ALLENTOWN, Pa., May 4 /PRNewswire-USNewswire/ -- Secretary of the Commonwealth Pedro A. Cortes today celebrated the 100th anniversary of the State Board of Nursing.
"The State Board of Nursing's dedication to protecting the health, safety and welfare of the residents of Pennsylvania has helped position our state as a leader in high-quality health care," Cortes said. "For 100 years, the board has worked tirelessly to craft the highest standards of education and conduct for the benefit of the professionals it regulates and the families they serve."
The Board of Nursing met today in Allentown, away from its regular meeting place in Harrisburg, to fulfill Governor Edward G. Rendell's directive to make all professional boards more accessible to their constituents. In previous years, the board held meetings during National Nurses Week, May 6-12, in Philadelphia and Pittsburgh.
The Board of Nursing is responsible for licensing registered nurses, practical nurses and dietitian-nutritionists, and certification of registered nurse practitioners. In addition, the board ensures these individuals follow the established rules and regulations of their licensed practices throughout their careers. The board also approves and monitors the educational programs for these professions.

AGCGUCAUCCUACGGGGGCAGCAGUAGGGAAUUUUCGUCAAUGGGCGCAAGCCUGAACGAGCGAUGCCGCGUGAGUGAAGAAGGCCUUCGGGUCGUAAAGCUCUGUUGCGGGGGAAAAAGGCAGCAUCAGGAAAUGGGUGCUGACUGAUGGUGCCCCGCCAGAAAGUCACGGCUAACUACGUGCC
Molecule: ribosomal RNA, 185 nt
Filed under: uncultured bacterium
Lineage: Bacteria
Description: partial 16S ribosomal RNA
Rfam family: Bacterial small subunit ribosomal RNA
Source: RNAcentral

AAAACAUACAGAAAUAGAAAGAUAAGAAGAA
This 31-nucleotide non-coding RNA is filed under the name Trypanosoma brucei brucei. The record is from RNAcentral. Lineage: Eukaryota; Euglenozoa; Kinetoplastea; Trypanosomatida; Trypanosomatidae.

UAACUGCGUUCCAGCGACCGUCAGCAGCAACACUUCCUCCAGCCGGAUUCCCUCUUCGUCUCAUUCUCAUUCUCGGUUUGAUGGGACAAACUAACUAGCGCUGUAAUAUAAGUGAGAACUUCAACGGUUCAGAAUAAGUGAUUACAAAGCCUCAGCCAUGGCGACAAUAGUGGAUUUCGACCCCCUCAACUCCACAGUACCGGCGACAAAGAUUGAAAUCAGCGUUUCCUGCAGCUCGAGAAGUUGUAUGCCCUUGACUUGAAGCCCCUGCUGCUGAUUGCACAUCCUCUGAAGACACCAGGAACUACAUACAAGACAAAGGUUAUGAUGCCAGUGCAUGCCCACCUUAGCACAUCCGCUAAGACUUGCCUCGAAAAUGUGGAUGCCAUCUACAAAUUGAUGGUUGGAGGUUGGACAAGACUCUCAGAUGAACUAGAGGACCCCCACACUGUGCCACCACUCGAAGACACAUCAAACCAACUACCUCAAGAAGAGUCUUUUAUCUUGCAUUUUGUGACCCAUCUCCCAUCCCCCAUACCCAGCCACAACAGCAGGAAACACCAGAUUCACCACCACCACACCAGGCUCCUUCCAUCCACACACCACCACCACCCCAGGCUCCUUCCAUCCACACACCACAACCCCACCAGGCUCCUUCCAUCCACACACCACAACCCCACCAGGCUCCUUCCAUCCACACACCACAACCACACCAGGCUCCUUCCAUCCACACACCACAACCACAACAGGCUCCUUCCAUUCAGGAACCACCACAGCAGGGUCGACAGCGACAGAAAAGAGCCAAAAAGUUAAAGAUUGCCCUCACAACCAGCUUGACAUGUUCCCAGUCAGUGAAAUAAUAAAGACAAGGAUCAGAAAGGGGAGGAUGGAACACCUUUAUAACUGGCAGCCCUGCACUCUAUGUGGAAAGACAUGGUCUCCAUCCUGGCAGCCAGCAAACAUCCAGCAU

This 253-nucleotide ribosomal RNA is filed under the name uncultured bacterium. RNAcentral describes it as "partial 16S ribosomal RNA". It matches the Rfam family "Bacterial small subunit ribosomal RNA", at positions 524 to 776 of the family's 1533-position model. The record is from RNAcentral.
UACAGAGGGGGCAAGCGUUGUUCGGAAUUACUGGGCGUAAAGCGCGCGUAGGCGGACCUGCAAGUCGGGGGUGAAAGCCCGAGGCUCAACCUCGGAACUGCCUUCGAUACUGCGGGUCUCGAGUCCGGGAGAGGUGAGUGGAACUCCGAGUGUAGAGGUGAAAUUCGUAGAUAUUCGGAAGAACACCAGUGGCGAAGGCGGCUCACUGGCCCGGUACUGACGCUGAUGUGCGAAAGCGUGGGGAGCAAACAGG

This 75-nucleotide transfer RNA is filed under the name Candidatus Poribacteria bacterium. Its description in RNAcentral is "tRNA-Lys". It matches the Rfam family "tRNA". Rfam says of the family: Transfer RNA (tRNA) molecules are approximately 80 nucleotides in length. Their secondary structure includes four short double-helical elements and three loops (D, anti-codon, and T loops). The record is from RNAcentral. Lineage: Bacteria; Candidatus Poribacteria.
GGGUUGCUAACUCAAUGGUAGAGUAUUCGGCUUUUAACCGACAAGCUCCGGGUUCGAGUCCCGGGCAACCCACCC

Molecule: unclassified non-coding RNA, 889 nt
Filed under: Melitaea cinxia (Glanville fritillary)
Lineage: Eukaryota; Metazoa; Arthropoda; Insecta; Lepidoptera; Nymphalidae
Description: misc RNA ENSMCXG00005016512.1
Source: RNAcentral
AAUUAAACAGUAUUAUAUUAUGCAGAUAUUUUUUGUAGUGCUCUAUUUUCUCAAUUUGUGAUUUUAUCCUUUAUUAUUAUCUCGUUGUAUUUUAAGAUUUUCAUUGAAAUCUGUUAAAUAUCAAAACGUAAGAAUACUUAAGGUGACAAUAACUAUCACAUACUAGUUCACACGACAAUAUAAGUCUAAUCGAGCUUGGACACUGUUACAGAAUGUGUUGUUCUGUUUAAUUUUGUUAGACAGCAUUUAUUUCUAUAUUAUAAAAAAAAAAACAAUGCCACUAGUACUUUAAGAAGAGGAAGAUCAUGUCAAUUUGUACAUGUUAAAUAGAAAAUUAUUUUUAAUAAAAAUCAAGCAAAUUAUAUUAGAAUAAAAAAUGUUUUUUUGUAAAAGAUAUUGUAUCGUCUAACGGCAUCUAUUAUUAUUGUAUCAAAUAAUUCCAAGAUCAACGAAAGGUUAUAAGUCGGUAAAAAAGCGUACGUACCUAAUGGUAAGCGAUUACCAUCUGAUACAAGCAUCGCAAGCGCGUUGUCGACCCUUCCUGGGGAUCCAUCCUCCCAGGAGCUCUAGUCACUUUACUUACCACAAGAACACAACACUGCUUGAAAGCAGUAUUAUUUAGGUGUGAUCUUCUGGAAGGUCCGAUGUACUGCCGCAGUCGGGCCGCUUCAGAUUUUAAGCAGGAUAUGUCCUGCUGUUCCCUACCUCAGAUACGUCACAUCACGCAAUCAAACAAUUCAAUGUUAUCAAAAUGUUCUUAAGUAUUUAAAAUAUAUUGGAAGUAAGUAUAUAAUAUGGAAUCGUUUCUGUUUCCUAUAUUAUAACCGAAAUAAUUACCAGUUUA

The law that created the State Board of Examiners for Registration of Nurses was signed by Governor Edwin Stuart on May 1, 1909. There were five original board members appointed by the Governor on June 30, 1909, including two nurses: Ida F. Giles of Pittsburgh, and Roberta M. West of Erie.
The board's earliest work included investigating the conditions of training schools, creating professional standards and a manual of rules, drafting a uniform curriculum that could be recommended to training schools, and popularizing the idea of registration.
Today, the board is also responsible for, through education and disciplinary action, ensuring that licensees follow the strictest standards of legal and ethical conduct.
"Currently there are more than 270,000 professionals licensed by the State Board of Nursing," said Basil Merenda, commissioner of the Bureau of Professional and Occupational Affairs. "Under the guidance of the board, the nursing profession has evolved to provide new avenues of service and encourage higher levels of responsibility for its practitioners."
For more information, visit www.dos.state.pa.us then, "Professional Licensure."
CONTACT: Leslie Amoros or Charlie Young (717) 783-1621
|SOURCE Pennsylvania Department of State|
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